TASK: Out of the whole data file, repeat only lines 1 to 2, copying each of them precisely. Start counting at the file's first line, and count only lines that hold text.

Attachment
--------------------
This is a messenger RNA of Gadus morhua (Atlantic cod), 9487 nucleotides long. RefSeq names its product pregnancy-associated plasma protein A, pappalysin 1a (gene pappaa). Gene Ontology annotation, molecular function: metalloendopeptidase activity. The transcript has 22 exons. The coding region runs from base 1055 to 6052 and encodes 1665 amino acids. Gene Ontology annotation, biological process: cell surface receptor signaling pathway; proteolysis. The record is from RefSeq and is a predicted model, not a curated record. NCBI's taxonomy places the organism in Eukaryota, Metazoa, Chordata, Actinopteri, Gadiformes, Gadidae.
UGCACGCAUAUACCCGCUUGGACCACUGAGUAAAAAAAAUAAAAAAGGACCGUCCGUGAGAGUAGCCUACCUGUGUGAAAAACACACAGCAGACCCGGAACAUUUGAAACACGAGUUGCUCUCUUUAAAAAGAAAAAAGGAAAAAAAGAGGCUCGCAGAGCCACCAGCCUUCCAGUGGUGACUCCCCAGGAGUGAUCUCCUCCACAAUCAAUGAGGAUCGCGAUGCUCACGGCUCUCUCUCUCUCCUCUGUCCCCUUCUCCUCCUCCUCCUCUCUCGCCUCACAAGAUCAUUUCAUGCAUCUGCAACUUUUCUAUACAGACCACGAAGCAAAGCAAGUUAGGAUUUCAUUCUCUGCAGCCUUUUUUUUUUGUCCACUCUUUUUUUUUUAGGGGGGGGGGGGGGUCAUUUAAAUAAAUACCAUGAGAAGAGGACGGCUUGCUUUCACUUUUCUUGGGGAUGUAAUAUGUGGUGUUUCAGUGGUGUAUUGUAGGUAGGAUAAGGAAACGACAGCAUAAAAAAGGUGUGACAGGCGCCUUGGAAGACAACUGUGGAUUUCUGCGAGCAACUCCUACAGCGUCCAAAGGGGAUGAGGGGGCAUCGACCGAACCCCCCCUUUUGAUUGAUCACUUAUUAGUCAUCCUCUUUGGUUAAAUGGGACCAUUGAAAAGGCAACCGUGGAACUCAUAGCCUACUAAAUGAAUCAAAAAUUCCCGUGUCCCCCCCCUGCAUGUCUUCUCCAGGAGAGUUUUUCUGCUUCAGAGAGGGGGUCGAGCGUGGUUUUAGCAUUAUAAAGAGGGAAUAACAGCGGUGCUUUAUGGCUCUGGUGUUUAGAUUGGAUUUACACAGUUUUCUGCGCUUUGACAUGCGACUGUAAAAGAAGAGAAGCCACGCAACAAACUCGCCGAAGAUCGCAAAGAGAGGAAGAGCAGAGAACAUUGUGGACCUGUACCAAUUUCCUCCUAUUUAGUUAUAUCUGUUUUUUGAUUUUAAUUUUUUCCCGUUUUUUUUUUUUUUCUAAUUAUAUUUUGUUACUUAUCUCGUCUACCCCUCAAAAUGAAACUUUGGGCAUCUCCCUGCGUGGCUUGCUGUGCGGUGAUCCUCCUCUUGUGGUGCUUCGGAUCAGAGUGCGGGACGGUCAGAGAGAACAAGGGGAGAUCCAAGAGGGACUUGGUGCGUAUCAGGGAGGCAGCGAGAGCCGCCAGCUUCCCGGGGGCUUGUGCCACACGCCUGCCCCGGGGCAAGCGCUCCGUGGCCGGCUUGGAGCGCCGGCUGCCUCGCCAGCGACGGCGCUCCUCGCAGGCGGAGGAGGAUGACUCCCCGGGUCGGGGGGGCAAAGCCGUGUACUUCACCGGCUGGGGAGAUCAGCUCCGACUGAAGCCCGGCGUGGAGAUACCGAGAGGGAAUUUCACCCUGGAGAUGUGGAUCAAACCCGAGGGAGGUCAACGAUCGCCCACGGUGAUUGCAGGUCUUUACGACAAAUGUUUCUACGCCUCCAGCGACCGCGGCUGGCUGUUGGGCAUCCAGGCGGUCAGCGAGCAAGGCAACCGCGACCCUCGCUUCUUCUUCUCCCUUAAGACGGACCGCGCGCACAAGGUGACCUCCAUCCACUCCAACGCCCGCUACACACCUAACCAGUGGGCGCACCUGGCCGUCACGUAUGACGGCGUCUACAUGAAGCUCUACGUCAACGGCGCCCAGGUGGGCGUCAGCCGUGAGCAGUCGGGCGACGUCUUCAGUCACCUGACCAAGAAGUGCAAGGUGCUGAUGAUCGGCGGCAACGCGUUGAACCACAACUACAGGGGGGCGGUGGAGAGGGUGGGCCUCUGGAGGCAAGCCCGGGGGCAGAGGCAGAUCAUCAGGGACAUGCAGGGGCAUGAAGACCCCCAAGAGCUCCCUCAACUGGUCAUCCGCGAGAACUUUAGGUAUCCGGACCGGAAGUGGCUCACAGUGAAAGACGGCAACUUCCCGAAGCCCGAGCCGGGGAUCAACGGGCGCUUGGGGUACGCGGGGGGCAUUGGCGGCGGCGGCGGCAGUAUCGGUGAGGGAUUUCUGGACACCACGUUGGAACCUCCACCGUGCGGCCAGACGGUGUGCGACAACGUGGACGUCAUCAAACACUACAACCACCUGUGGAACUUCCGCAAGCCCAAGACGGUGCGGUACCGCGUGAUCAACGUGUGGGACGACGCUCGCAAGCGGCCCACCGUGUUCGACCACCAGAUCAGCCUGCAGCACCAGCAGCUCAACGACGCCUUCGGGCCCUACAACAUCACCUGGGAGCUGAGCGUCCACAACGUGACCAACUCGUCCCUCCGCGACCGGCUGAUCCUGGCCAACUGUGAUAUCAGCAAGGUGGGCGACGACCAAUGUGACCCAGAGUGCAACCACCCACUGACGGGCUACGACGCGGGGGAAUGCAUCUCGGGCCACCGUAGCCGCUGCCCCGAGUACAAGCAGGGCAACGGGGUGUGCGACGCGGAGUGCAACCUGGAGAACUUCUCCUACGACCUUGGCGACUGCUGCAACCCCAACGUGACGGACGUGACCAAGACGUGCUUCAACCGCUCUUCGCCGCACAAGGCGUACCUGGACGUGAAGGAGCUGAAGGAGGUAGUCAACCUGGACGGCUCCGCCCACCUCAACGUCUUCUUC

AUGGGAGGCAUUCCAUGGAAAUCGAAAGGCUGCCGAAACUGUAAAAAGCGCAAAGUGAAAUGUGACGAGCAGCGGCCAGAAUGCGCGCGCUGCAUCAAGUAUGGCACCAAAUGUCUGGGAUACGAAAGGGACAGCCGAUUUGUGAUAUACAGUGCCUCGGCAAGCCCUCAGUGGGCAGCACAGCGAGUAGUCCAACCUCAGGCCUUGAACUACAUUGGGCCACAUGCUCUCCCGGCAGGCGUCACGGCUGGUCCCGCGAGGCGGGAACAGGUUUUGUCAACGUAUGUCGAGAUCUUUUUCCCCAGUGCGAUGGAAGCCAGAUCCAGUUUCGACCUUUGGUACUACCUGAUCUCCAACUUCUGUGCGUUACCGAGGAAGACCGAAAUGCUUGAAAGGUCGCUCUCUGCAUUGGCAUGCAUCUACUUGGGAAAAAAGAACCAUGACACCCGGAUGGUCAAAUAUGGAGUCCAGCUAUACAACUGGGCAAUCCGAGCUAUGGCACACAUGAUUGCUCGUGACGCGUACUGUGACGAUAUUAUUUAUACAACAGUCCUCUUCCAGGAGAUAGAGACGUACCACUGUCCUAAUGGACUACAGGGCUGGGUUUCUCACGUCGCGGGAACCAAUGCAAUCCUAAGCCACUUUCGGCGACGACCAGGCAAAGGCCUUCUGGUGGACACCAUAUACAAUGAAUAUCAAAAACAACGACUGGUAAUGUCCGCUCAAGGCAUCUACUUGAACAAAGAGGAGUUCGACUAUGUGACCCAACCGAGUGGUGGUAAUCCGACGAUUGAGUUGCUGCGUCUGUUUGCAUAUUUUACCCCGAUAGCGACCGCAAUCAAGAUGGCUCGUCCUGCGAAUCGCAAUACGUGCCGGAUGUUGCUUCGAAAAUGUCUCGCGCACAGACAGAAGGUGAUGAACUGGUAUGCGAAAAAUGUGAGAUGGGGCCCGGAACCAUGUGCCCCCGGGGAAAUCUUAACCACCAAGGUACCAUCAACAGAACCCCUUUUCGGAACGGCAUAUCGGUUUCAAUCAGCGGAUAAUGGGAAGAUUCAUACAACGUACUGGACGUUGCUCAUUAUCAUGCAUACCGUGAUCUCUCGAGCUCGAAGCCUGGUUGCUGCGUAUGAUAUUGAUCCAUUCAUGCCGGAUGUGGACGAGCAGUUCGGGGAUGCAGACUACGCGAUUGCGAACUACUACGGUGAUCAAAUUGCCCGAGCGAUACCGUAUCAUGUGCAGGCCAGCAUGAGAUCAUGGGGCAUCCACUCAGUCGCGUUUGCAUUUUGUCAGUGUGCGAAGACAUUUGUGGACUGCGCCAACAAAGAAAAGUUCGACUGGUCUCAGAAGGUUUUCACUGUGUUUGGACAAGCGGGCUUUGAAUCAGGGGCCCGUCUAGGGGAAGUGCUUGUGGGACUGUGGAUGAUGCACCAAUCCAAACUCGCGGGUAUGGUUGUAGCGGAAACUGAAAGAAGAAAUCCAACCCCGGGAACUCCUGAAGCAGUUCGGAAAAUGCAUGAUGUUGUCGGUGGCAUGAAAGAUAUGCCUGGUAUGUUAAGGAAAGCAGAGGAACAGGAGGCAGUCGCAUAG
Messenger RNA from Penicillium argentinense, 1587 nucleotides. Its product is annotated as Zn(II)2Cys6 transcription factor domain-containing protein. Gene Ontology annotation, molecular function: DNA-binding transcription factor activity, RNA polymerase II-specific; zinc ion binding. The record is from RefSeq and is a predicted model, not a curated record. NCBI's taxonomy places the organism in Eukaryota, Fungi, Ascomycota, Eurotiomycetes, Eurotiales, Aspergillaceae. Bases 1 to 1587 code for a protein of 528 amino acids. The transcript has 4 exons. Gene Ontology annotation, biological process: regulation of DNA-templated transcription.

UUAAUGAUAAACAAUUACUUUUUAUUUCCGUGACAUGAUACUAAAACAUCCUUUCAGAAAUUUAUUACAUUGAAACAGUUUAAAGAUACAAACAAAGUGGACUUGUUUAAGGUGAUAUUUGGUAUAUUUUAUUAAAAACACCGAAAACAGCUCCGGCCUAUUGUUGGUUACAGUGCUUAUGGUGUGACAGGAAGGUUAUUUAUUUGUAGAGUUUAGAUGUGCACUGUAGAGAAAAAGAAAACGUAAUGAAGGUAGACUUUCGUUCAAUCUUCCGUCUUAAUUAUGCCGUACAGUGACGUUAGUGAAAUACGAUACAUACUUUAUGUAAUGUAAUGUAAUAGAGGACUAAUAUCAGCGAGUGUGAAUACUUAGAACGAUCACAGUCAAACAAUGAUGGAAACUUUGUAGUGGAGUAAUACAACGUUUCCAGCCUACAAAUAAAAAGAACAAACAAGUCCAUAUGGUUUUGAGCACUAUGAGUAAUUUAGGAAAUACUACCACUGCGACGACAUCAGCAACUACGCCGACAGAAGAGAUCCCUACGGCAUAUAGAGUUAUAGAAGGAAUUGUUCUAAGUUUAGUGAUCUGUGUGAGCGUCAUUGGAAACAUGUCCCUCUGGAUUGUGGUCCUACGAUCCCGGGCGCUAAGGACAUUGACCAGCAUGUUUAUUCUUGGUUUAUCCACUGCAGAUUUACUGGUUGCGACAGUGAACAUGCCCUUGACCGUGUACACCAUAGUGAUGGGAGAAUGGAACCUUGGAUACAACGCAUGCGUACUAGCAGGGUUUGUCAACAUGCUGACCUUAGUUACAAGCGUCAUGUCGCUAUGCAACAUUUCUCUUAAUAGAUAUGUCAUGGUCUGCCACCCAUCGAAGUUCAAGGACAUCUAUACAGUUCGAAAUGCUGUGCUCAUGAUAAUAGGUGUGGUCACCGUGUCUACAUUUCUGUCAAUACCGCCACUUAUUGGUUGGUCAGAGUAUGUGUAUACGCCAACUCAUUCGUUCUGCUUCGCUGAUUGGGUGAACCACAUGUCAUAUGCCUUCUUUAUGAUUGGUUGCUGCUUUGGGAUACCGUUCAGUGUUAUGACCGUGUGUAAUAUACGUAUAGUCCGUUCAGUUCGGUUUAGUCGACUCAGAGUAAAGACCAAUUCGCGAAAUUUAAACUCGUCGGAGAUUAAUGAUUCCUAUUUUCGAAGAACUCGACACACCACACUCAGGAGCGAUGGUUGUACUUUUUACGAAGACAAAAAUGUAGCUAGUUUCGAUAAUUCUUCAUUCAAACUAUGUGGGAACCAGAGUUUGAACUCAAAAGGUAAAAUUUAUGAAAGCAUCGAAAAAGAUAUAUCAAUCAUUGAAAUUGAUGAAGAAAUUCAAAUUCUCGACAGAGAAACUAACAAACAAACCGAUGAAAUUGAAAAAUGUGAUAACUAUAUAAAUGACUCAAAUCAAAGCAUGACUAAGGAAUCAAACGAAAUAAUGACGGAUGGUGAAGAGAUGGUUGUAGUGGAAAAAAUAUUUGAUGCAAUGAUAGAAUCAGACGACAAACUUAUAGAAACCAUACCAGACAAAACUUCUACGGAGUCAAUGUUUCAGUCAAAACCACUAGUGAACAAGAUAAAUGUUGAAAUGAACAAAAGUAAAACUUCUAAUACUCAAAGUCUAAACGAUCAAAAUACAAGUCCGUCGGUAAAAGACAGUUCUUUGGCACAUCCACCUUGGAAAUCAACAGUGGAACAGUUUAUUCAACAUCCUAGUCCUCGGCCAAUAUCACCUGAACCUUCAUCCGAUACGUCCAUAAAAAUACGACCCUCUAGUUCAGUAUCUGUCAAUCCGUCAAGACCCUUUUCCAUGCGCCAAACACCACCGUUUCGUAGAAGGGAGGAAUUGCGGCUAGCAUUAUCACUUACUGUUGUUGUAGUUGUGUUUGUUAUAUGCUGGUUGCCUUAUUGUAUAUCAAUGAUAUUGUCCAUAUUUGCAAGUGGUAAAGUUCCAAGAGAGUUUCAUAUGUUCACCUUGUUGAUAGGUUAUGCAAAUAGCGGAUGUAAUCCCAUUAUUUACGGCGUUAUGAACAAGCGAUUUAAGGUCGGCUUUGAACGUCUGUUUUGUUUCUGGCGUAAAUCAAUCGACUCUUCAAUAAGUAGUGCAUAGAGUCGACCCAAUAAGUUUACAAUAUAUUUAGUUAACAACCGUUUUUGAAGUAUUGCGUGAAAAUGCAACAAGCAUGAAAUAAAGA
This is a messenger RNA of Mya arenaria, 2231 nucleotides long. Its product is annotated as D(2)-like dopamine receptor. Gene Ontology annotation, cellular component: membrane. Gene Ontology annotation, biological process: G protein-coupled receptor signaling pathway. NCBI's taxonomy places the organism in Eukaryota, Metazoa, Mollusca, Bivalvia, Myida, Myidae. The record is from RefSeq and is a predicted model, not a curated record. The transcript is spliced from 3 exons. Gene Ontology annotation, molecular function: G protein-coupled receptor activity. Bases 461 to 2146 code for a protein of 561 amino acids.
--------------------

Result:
This is a messenger RNA of Gadus morhua (Atlantic cod), 9487 nucleotides long. RefSeq names its product pregnancy-associated plasma protein A, pappalysin 1a (gene pappaa). Gene Ontology annotation, molecular function: metalloendopeptidase activity. The transcript has 22 exons. The coding region runs from base 1055 to 6052 and encodes 1665 amino acids. Gene Ontology annotation, biological process: cell surface receptor signaling pathway; proteolysis. The record is from RefSeq and is a predicted model, not a curated record. NCBI's taxonomy places the organism in Eukaryota, Metazoa, Chordata, Actinopteri, Gadiformes, Gadidae.
UGCACGCAUAUACCCGCUUGGACCACUGAGUAAAAAAAAUAAAAAAGGACCGUCCGUGAGAGUAGCCUACCUGUGUGAAAAACACACAGCAGACCCGGAACAUUUGAAACACGAGUUGCUCUCUUUAAAAAGAAAAAAGGAAAAAAAGAGGCUCGCAGAGCCACCAGCCUUCCAGUGGUGACUCCCCAGGAGUGAUCUCCUCCACAAUCAAUGAGGAUCGCGAUGCUCACGGCUCUCUCUCUCUCCUCUGUCCCCUUCUCCUCCUCCUCCUCUCUCGCCUCACAAGAUCAUUUCAUGCAUCUGCAACUUUUCUAUACAGACCACGAAGCAAAGCAAGUUAGGAUUUCAUUCUCUGCAGCCUUUUUUUUUUGUCCACUCUUUUUUUUUUAGGGGGGGGGGGGGGUCAUUUAAAUAAAUACCAUGAGAAGAGGACGGCUUGCUUUCACUUUUCUUGGGGAUGUAAUAUGUGGUGUUUCAGUGGUGUAUUGUAGGUAGGAUAAGGAAACGACAGCAUAAAAAAGGUGUGACAGGCGCCUUGGAAGACAACUGUGGAUUUCUGCGAGCAACUCCUACAGCGUCCAAAGGGGAUGAGGGGGCAUCGACCGAACCCCCCCUUUUGAUUGAUCACUUAUUAGUCAUCCUCUUUGGUUAAAUGGGACCAUUGAAAAGGCAACCGUGGAACUCAUAGCCUACUAAAUGAAUCAAAAAUUCCCGUGUCCCCCCCCUGCAUGUCUUCUCCAGGAGAGUUUUUCUGCUUCAGAGAGGGGGUCGAGCGUGGUUUUAGCAUUAUAAAGAGGGAAUAACAGCGGUGCUUUAUGGCUCUGGUGUUUAGAUUGGAUUUACACAGUUUUCUGCGCUUUGACAUGCGACUGUAAAAGAAGAGAAGCCACGCAACAAACUCGCCGAAGAUCGCAAAGAGAGGAAGAGCAGAGAACAUUGUGGACCUGUACCAAUUUCCUCCUAUUUAGUUAUAUCUGUUUUUUGAUUUUAAUUUUUUCCCGUUUUUUUUUUUUUUCUAAUUAUAUUUUGUUACUUAUCUCGUCUACCCCUCAAAAUGAAACUUUGGGCAUCUCCCUGCGUGGCUUGCUGUGCGGUGAUCCUCCUCUUGUGGUGCUUCGGAUCAGAGUGCGGGACGGUCAGAGAGAACAAGGGGAGAUCCAAGAGGGACUUGGUGCGUAUCAGGGAGGCAGCGAGAGCCGCCAGCUUCCCGGGGGCUUGUGCCACACGCCUGCCCCGGGGCAAGCGCUCCGUGGCCGGCUUGGAGCGCCGGCUGCCUCGCCAGCGACGGCGCUCCUCGCAGGCGGAGGAGGAUGACUCCCCGGGUCGGGGGGGCAAAGCCGUGUACUUCACCGGCUGGGGAGAUCAGCUCCGACUGAAGCCCGGCGUGGAGAUACCGAGAGGGAAUUUCACCCUGGAGAUGUGGAUCAAACCCGAGGGAGGUCAACGAUCGCCCACGGUGAUUGCAGGUCUUUACGACAAAUGUUUCUACGCCUCCAGCGACCGCGGCUGGCUGUUGGGCAUCCAGGCGGUCAGCGAGCAAGGCAACCGCGACCCUCGCUUCUUCUUCUCCCUUAAGACGGACCGCGCGCACAAGGUGACCUCCAUCCACUCCAACGCCCGCUACACACCUAACCAGUGGGCGCACCUGGCCGUCACGUAUGACGGCGUCUACAUGAAGCUCUACGUCAACGGCGCCCAGGUGGGCGUCAGCCGUGAGCAGUCGGGCGACGUCUUCAGUCACCUGACCAAGAAGUGCAAGGUGCUGAUGAUCGGCGGCAACGCGUUGAACCACAACUACAGGGGGGCGGUGGAGAGGGUGGGCCUCUGGAGGCAAGCCCGGGGGCAGAGGCAGAUCAUCAGGGACAUGCAGGGGCAUGAAGACCCCCAAGAGCUCCCUCAACUGGUCAUCCGCGAGAACUUUAGGUAUCCGGACCGGAAGUGGCUCACAGUGAAAGACGGCAACUUCCCGAAGCCCGAGCCGGGGAUCAACGGGCGCUUGGGGUACGCGGGGGGCAUUGGCGGCGGCGGCGGCAGUAUCGGUGAGGGAUUUCUGGACACCACGUUGGAACCUCCACCGUGCGGCCAGACGGUGUGCGACAACGUGGACGUCAUCAAACACUACAACCACCUGUGGAACUUCCGCAAGCCCAAGACGGUGCGGUACCGCGUGAUCAACGUGUGGGACGACGCUCGCAAGCGGCCCACCGUGUUCGACCACCAGAUCAGCCUGCAGCACCAGCAGCUCAACGACGCCUUCGGGCCCUACAACAUCACCUGGGAGCUGAGCGUCCACAACGUGACCAACUCGUCCCUCCGCGACCGGCUGAUCCUGGCCAACUGUGAUAUCAGCAAGGUGGGCGACGACCAAUGUGACCCAGAGUGCAACCACCCACUGACGGGCUACGACGCGGGGGAAUGCAUCUCGGGCCACCGUAGCCGCUGCCCCGAGUACAAGCAGGGCAACGGGGUGUGCGACGCGGAGUGCAACCUGGAGAACUUCUCCUACGACCUUGGCGACUGCUGCAACCCCAACGUGACGGACGUGACCAAGACGUGCUUCAACCGCUCUUCGCCGCACAAGGCGUACCUGGACGUGAAGGAGCUGAAGGAGGUAGUCAACCUGGACGGCUCCGCCCACCUCAACGUCUUCUUC